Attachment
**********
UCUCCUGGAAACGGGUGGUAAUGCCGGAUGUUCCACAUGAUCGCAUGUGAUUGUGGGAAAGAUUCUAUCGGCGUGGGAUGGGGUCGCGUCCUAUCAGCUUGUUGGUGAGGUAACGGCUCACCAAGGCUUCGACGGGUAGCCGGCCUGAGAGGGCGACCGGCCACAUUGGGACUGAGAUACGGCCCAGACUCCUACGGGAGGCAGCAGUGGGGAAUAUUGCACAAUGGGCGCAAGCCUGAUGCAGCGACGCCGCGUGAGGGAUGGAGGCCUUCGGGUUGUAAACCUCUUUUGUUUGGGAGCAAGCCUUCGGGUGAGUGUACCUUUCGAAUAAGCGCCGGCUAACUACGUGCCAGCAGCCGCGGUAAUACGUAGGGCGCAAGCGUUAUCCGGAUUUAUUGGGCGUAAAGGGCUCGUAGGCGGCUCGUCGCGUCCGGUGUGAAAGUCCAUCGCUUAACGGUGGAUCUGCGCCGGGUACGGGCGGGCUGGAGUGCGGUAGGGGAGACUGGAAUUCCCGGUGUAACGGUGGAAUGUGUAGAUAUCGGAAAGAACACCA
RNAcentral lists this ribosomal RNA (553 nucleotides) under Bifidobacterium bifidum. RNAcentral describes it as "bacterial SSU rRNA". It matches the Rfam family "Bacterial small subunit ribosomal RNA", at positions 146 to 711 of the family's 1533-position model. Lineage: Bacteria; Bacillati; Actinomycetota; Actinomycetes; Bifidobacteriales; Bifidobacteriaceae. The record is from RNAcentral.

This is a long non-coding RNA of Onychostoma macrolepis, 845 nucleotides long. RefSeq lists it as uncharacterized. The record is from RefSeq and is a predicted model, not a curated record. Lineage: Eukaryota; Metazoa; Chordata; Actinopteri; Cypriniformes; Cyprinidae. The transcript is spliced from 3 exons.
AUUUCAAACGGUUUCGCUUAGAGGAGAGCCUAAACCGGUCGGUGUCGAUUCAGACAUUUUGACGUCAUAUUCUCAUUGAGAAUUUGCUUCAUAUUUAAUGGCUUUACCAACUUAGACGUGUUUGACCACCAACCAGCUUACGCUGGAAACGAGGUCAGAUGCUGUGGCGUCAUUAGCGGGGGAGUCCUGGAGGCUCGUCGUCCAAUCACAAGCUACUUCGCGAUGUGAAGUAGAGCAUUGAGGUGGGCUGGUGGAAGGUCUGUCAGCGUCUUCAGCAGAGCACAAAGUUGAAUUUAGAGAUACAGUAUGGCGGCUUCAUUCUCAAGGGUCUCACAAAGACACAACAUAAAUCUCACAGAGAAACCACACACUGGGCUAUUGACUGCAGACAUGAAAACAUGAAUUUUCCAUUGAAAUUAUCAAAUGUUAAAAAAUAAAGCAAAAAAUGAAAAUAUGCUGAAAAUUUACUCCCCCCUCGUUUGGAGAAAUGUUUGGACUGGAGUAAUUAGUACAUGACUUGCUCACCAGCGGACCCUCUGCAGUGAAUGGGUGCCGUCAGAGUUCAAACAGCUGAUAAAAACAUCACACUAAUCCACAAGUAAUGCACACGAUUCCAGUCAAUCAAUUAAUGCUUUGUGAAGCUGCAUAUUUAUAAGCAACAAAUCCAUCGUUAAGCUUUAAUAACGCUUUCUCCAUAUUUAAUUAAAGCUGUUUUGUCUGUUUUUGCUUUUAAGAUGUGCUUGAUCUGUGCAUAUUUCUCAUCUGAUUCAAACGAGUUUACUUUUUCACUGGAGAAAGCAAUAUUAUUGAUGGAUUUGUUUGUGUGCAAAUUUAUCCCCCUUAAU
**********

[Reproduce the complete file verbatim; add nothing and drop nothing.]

UCUCCUGGAAACGGGUGGUAAUGCCGGAUGUUCCACAUGAUCGCAUGUGAUUGUGGGAAAGAUUCUAUCGGCGUGGGAUGGGGUCGCGUCCUAUCAGCUUGUUGGUGAGGUAACGGCUCACCAAGGCUUCGACGGGUAGCCGGCCUGAGAGGGCGACCGGCCACAUUGGGACUGAGAUACGGCCCAGACUCCUACGGGAGGCAGCAGUGGGGAAUAUUGCACAAUGGGCGCAAGCCUGAUGCAGCGACGCCGCGUGAGGGAUGGAGGCCUUCGGGUUGUAAACCUCUUUUGUUUGGGAGCAAGCCUUCGGGUGAGUGUACCUUUCGAAUAAGCGCCGGCUAACUACGUGCCAGCAGCCGCGGUAAUACGUAGGGCGCAAGCGUUAUCCGGAUUUAUUGGGCGUAAAGGGCUCGUAGGCGGCUCGUCGCGUCCGGUGUGAAAGUCCAUCGCUUAACGGUGGAUCUGCGCCGGGUACGGGCGGGCUGGAGUGCGGUAGGGGAGACUGGAAUUCCCGGUGUAACGGUGGAAUGUGUAGAUAUCGGAAAGAACACCA
RNAcentral lists this ribosomal RNA (553 nucleotides) under Bifidobacterium bifidum. RNAcentral describes it as "bacterial SSU rRNA". It matches the Rfam family "Bacterial small subunit ribosomal RNA", at positions 146 to 711 of the family's 1533-position model. Lineage: Bacteria; Bacillati; Actinomycetota; Actinomycetes; Bifidobacteriales; Bifidobacteriaceae. The record is from RNAcentral.

This is a long non-coding RNA of Onychostoma macrolepis, 845 nucleotides long. RefSeq lists it as uncharacterized. The record is from RefSeq and is a predicted model, not a curated record. Lineage: Eukaryota; Metazoa; Chordata; Actinopteri; Cypriniformes; Cyprinidae. The transcript is spliced from 3 exons.
AUUUCAAACGGUUUCGCUUAGAGGAGAGCCUAAACCGGUCGGUGUCGAUUCAGACAUUUUGACGUCAUAUUCUCAUUGAGAAUUUGCUUCAUAUUUAAUGGCUUUACCAACUUAGACGUGUUUGACCACCAACCAGCUUACGCUGGAAACGAGGUCAGAUGCUGUGGCGUCAUUAGCGGGGGAGUCCUGGAGGCUCGUCGUCCAAUCACAAGCUACUUCGCGAUGUGAAGUAGAGCAUUGAGGUGGGCUGGUGGAAGGUCUGUCAGCGUCUUCAGCAGAGCACAAAGUUGAAUUUAGAGAUACAGUAUGGCGGCUUCAUUCUCAAGGGUCUCACAAAGACACAACAUAAAUCUCACAGAGAAACCACACACUGGGCUAUUGACUGCAGACAUGAAAACAUGAAUUUUCCAUUGAAAUUAUCAAAUGUUAAAAAAUAAAGCAAAAAAUGAAAAUAUGCUGAAAAUUUACUCCCCCCUCGUUUGGAGAAAUGUUUGGACUGGAGUAAUUAGUACAUGACUUGCUCACCAGCGGACCCUCUGCAGUGAAUGGGUGCCGUCAGAGUUCAAACAGCUGAUAAAAACAUCACACUAAUCCACAAGUAAUGCACACGAUUCCAGUCAAUCAAUUAAUGCUUUGUGAAGCUGCAUAUUUAUAAGCAACAAAUCCAUCGUUAAGCUUUAAUAACGCUUUCUCCAUAUUUAAUUAAAGCUGUUUUGUCUGUUUUUGCUUUUAAGAUGUGCUUGAUCUGUGCAUAUUUCUCAUCUGAUUCAAACGAGUUUACUUUUUCACUGGAGAAAGCAAUAUUAUUGAUGGAUUUGUUUGUGUGCAAAUUUAUCCCCCUUAAU